4 Tips to Eat Out With Food Restrictions

Eating with friends, family, and colleagues is part of our culture. Just because you have food restrictions does not mean you need to become a hermit and never eat out.

Many people are worried about standing out or being an inconvenience to the restaurant and thus sufferer the ramifications of not speaking up, BUT it doesn’t need to be that way and you can thoroughly enjoy the company and food without it thwarting your efforts to heal your body.

Here are the top 4 tips for eating out with food sensitivities or allergies:

Here are the top 4 tips for eating out with food sensitivities or allergies_.png

1️.When you can, plan ahead.

Chose a restaurant ahead of time, and check out the menu at the restaurant. Make a short list of what you’d like to order that you believe should be okay with your body.

Then call the restaurant to ask if they can accommodate your dietary restrictions and see if the item(s) you’ve chosen are able to be modified for your needs. They may even have suggestions you didn’t know were possible.

2️. Key words/ phrases to use when ordering:

  • When ordering be sure to reiterate to the server your allergies so the “ticket” has it on there and the chef takes extra precaution in preparing your food.

  • Order your meat “dry,” many restaurants baste the cooked meat with butter. The preparation in the menu likely will not describe this, so it helps to remind them by asking for the meat prepared “dry, with no added butter for basting.”

  • Order your vegetables, “steamed,” or if sauteed, ask for them to be sauteed in olive oil, no butter. If you get them steamed ask for olive oil on the side with salt and lemon juice so you can liven them up on your plate and increase the absorption of the nutrients over eating them simply steamed.

  • Ask to swap things out. Does the protein from one dish sound more appealing and the side from another dish fit your dietary needs? Ask to swap the two out. Generally this is not a big deal for the kitchen and they are happy to accomodate.

  • Ask to double up your veg. If your meal comes with grains or potatoes as a side and a serving of vegetables but you need to avoid grains or nightshades, simply ask to double up on the vegetables and eliminate the starchy side.

Lastly, remember your please and thank yous. Everyone likes to be appreciated, and yes this is just good manners, but in doing this it also acknowledges that the restaurant and staff are going above and beyond to assure you have a good experience and makes everyone (including you) feel good.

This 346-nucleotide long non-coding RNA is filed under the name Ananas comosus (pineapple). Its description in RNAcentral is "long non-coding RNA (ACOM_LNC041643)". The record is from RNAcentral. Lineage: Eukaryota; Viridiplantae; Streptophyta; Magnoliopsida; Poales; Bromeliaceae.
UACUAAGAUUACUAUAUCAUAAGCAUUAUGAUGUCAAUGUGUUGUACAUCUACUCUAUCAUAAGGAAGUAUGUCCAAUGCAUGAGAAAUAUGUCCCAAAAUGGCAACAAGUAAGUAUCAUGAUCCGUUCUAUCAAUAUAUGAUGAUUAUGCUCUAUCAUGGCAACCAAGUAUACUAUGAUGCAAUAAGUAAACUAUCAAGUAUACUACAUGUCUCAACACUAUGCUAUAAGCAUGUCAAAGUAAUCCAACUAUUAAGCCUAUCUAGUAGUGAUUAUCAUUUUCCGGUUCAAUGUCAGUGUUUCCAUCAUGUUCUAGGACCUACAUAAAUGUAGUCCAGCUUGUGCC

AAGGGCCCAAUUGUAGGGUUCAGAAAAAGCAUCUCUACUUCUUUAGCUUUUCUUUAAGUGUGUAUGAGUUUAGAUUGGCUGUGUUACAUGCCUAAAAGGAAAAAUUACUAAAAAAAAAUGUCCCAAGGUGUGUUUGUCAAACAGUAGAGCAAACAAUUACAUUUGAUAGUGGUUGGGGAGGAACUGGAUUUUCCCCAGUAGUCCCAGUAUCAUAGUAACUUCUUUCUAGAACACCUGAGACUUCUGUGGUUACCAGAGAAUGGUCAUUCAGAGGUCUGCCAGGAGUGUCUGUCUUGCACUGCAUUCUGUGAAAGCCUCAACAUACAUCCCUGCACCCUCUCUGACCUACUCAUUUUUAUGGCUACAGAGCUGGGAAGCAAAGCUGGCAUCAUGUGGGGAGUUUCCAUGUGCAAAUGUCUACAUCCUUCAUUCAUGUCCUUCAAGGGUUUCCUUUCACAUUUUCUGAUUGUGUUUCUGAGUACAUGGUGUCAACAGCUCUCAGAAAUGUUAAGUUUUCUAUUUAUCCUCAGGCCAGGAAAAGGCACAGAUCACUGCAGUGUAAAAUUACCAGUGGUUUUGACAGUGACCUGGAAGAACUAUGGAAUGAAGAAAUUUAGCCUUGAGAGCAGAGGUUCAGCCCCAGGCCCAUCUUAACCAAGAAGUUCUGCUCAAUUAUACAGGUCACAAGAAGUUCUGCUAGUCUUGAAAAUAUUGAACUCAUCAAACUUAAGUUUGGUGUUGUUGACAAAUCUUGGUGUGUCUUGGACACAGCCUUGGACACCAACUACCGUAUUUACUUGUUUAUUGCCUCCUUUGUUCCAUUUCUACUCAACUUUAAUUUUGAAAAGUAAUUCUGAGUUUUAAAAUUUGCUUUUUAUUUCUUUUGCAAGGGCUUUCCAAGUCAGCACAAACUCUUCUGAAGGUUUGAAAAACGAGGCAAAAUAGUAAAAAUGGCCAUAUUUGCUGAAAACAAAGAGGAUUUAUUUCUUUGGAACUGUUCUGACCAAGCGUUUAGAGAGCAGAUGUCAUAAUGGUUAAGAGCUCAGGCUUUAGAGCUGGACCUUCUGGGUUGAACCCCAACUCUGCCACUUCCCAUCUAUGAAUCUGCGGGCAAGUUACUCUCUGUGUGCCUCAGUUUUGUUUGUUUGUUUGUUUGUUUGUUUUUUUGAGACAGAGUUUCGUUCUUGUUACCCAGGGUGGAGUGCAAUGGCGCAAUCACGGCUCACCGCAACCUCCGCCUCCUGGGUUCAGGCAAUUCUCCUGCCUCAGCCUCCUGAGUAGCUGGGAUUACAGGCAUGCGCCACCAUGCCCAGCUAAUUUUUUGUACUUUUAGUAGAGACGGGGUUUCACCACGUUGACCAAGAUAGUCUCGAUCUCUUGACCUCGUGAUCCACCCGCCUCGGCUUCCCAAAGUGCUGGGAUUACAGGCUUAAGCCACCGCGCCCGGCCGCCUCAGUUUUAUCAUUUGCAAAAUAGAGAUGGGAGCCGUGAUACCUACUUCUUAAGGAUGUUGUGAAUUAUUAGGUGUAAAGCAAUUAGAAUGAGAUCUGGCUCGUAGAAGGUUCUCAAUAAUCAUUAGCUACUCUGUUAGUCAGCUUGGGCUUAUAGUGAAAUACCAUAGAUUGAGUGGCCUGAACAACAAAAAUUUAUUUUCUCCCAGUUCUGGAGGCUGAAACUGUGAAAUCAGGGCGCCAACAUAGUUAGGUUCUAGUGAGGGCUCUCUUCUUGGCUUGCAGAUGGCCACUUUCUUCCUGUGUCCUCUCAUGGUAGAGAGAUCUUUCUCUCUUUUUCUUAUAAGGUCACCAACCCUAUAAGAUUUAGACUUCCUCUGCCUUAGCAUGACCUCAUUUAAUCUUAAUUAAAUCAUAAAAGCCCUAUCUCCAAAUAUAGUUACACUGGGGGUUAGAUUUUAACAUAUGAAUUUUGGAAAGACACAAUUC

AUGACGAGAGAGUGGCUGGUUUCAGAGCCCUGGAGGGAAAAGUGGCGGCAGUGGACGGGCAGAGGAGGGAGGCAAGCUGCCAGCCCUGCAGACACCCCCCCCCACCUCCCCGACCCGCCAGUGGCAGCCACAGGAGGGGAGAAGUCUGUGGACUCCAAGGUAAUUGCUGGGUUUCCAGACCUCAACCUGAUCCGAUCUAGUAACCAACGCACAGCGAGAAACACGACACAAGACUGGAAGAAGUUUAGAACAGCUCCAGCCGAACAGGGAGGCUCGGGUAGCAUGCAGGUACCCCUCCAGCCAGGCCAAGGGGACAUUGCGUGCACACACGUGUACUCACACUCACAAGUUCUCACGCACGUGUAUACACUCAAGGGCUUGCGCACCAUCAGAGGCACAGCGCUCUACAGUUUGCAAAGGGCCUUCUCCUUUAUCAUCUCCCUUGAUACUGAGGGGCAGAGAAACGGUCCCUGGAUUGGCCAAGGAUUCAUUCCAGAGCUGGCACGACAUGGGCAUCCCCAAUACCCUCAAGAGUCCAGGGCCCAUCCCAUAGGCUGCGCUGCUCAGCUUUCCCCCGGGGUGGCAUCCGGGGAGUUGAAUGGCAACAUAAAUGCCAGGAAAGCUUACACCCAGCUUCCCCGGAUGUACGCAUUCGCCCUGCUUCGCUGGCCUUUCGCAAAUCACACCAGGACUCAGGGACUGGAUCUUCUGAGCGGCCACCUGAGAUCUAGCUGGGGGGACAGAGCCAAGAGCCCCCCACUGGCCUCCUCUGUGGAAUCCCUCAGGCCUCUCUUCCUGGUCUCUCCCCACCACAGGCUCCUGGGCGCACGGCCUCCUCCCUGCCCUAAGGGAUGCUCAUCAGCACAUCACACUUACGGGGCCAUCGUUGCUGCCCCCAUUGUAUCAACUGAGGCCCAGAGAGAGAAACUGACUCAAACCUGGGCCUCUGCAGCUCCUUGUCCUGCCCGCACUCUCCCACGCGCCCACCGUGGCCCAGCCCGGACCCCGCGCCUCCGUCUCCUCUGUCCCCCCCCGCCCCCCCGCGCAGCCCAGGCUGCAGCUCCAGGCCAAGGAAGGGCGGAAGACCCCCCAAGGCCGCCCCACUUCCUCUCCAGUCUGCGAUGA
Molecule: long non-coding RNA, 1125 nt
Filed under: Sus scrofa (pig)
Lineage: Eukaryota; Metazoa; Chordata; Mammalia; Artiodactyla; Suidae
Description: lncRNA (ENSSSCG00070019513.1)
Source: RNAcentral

3️.When at fast food restaurant, gas station, or airport Choose the item(s) that will do the least harm.

Gas station / Airport

These places often have options like: a piece of fruit, hummus cups, hard boiled eggs, kid fruit/veg pouches, jerky, popcorn, juice and seltzer. These options will always be better than a bag of MSG laden Doritos or food dye and sugar filled m&m’s.

Fast food restaurant

Ask for the burger “protein style,” without the bun, hold the “sauce” cuz who knows what’s really in there and hold the cheese, should you be avoiding dairy.

Alternatively get the salad, it’s premade, and may or may not contain protein, but you can always ask for a hamburger or grilled chicken breast solo to go with. Dressings get the oil and vinegar to minimize sugar and dairy, and should some toppings not be on your diet, do your best to remove them manually.

4. Own that you are different, and that is okay!

My favorite Japanese restaurant didn’t have coconut aminos or tamari (gluten free soy sauce) when I first changed my diet years back. Initially I just ordered take out so I could eat my sushi/sashimi with my preferred dipping sauce in the comfort of my own home without feeling like I was some weirdo.

Then I got brave and brought a bottle with me when I went out to eat. The owner saw that I did this, and she, without me saying a thing, decided to get Tamari for those like me who came to the restaurant. After this one occurrence every time I showed up to the restaurant, the waitress without even saying a thing, simply brought the bottle of tamari to the table along with my extra ginger I always request!

If the restaurant can’t accommodate your needs, bring what you need, don’t apologize for your needs, own it and still go out and live your life and enjoy the company of your friends and family over food and drink. To this day when I go out for wine tasting or go to a wine bar I know doesn’t have a charcuterie plate without gluten free / grain free crackers, I bring my own! No one says a thing, actually my crackers usually disappear faster than the tasteless water crackers that are provided.

Feel like you still need help navigating the restaurant scene?

To help my client’s stay on track, I offer something unique that I don’t know if many (or any) other practitioners are doing.

This is real time accountability helps clients learn to listen to their body on a daily basis through unlimited email AND text support. (I mean, who does that?) and also help them choose those meals when eating out.

Interested in learning more? I’d like to invite you in to a free 15 minute consultation.